A plague of Asian tiger mosquitoes is expected to spread this summer, their presence increased due to adaptation to the environment as well as pools of standing water encouraging breeding of the pests.
The anticipated increase in Asian tiger mosquitoes seems concentrated around New Jersey where public health officials believe a higher number of abandoned homes (some with pools) is contributing to the issue.
Eric Green, mosquito control officer for Passaic County in the state, says Asian tiger mosquitoes can be stymied by a concerted effort to eliminate pools of standing water when possible.
Green tells local news sources:
“The Asian tiger mosquito is an extremely aggressive insect that has largely supplanted japonicus since 2008, especially in urban and suburban areas … There’s nobody to maintain these pools, and the mosquitoes just take over. If everybody did their part, this mosquito could be eliminated.”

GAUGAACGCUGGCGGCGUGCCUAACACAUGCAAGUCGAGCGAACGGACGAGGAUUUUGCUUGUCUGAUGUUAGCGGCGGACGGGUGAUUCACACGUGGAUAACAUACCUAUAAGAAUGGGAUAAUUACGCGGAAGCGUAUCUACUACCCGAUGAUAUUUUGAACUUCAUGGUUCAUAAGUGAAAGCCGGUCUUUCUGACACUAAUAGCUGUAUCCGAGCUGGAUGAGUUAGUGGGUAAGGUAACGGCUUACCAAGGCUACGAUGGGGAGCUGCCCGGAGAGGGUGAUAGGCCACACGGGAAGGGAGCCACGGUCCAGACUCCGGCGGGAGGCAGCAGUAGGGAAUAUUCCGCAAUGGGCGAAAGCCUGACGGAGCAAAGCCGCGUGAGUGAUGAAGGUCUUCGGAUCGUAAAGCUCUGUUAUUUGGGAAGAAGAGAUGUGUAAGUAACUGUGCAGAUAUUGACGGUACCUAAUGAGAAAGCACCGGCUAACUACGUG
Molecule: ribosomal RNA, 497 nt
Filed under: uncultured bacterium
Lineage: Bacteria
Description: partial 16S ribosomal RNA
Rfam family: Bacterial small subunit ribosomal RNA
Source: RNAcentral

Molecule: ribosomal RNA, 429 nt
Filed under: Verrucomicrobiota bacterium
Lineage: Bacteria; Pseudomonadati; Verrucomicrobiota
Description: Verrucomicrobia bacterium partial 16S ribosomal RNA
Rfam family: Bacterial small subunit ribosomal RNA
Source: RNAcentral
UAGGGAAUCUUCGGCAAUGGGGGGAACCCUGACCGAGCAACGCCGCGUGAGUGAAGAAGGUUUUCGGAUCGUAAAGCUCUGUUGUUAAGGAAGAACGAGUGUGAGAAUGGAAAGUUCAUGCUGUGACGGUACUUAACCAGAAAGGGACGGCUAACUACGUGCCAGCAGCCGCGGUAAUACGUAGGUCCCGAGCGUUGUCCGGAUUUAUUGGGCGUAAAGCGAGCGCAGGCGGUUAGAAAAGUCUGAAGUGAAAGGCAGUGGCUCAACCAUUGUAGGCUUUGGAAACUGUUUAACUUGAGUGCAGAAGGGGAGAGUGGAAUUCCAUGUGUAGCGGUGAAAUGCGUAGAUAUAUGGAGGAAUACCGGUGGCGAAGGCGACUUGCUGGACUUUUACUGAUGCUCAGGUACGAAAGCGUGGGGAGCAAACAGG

Officials also warn that the Asian tiger mosquito is a “more efficient disease vector, especially for West Nile virus” and other serious viral infections like dengue fever, especially due to the fact that “it bites in daytime,” increasing the number of people vulnerable to bites.
New Jersey biologist Claudia O’Malley adds:
“This is an extremely obnoxious nuisance mosquito … It is impossible to control without concerted efforts by homeowners in eliminating the breeding habitat.”
Officials advise residents to assist in discouraging Asian tiger mosquitoes — identifiable due to their tiger-like stripes — from breeding by ensuring ponds have effective aerators or are stocked with mosquito hunting fish.
Further, residents with elderly neighbors are encouraged to offer help in preventing concentrations of Asian tiger mosquitoes by eliminating pools of water standing for more than five days.